MTA Chairman and CEO Patrick J. Foye appeared today on Bloomberg TV “Bloomberg Markets: Americas” with Guy Johnson and Kailey Leinz to discuss the agency’s ongoing response to COVID-19 as New York City enters Phase 3 reopening.
A transcript of the interview appears below.
Kailey Leinz: As other parts of the US hastily roll back reopening plans, New York is taking one small step forward. The city officially kicks off Phase 3 today. That means nail salons, tanning studios and tattoo parlors will open their doors to customers for the first time in months. Joining us now is Pat Foye, MTA Chairman and CEO. The MTA, of course, is the largest public transit authority in the US. Pat, thank you so much for joining us. Of course, Phase 3 today and I've looked at the most recent data. We're back up to more than a million riders on the subway on a daily basis, but that's still down some 80% year on year. How material of an improvement is Phase 3 going to bring in terms of traffic and ridership?
Patrick J. Foye: Thanks Kailey for having me. We are carrying now, on our average weekday, about 1.1 million customers on the subway, slightly over 1 million on buses. That's a significant improvement from the depths of the pandemic, but pales in significance to the 7.6 million that we carry on average weekday, pre- pandemic. Obviously, that's had a significant impact on our resources. Mayor de Blasio estimates that Phase 3 will add about 50,000 commuters to the subways and buses, we are well equipped to handle that. I'm not going to go into details on your show unless you're interested in, but we've got 100% bus service in Manhattan, we're operating at pre-pandemic hundred percent levels on subways, we've added service on Metro-North, the commuter rail, and the Staten Island Railway, and we're fully equipped. We're also disinfecting our cars, our subway stations, our subway cars, commuter rail cars and buses frequently during every 24-hour period. We've done everything we can to minimize the public health risks to our customers and our employees.
Guy Johnson: Mr. Foye, good morning, Guy Johnson here in London.
Foye: Morning Guy.
Johnson: Your revenue is down, you just explained why that is happening, and your costs are going up. How short of money are you?
Foye: Well look, like I said at our Board meeting, a week or so ago, that we're in a financial four-alarm fire, and I believe that's the case. We received $3.8 billion dollars plus from the federal government in the first round of coronavirus funding. The House of Representatives has passed a bill that provides an additional $3.9 billion dollars. This US Senate has to act when it returns from its break. It's really fundamental that we get that money. We hired McKinsey which estimated, and that estimate appears to be right on that the midpoint of our revenue loss from fares and toll declines, and also from declines in our package of dedicated taxes and subsidies that the Legislature is given to us over a period of years. Beginning with increased costs, for instance, the disinfecting that I mentioned, the midpoint of that would be $7.7 billion in 2020. An additional 3.9 from the federal government would get us through 2020. Obviously, the ridership increases, which McKinsey took into account, have helped. But we are still $3.9 billion short and that is federal funding is desperately needed.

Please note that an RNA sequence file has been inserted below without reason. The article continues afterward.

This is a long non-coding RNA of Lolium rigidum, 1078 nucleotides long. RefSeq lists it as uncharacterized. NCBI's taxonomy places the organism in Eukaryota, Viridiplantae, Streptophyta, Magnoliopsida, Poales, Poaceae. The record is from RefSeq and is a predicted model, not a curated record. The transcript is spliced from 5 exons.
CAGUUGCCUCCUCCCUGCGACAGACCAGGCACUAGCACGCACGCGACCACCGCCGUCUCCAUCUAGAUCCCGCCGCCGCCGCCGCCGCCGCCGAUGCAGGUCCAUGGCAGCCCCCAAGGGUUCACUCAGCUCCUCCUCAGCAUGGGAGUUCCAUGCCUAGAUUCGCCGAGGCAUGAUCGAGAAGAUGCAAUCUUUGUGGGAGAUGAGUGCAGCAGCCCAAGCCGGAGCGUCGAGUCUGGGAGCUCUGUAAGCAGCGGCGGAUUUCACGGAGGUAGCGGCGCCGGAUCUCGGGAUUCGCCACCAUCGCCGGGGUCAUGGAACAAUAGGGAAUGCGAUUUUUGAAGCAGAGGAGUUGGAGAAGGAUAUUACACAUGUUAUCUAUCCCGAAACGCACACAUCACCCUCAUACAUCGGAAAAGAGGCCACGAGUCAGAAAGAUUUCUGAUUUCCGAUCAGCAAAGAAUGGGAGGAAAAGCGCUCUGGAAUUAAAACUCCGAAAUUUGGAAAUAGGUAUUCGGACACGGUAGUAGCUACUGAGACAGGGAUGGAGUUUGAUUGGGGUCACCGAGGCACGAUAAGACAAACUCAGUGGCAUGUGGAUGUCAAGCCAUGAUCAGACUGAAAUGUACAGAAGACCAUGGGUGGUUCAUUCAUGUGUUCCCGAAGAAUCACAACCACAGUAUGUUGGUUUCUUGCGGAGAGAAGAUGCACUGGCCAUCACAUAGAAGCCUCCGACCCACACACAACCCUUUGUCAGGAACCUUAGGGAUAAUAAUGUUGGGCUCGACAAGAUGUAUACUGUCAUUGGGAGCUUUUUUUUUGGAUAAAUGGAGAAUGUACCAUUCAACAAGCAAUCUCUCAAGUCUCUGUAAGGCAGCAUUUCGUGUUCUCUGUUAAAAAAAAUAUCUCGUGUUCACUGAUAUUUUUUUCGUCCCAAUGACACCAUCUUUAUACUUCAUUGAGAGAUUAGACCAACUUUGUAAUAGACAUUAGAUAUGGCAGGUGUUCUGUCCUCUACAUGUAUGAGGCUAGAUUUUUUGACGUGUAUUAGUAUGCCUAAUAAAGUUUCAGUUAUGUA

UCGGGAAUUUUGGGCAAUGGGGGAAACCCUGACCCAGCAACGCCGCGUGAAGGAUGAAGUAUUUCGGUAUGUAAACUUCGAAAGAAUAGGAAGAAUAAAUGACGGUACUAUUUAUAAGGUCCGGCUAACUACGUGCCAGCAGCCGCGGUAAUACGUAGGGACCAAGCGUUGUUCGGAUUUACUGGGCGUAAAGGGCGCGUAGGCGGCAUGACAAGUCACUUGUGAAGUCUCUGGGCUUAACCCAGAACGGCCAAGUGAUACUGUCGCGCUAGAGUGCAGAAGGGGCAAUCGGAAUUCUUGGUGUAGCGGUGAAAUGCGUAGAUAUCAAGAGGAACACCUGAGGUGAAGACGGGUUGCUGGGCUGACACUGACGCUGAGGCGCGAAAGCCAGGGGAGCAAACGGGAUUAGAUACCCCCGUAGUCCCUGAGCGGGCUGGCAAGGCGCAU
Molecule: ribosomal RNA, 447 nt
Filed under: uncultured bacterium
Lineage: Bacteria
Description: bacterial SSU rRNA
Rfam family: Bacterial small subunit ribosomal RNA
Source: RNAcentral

Leinz: Right. So, Mr. Foye, with all of that in mind, are you going to have to cut spending and at what point do you have to consider layoffs, for example?
Foye: Everything is on the table. What we're looking at first is reducing non-personnel expense. We're going through every consulting contract and contract that doesn't involve personnel. We've cut 100 million dollars out of our overtime already in 2020. I believe there's more that can be that can be reduced. So, we're looking at those expenses as a first-order priority, and we will be reporting to the Board and the public on that in the weeks ahead.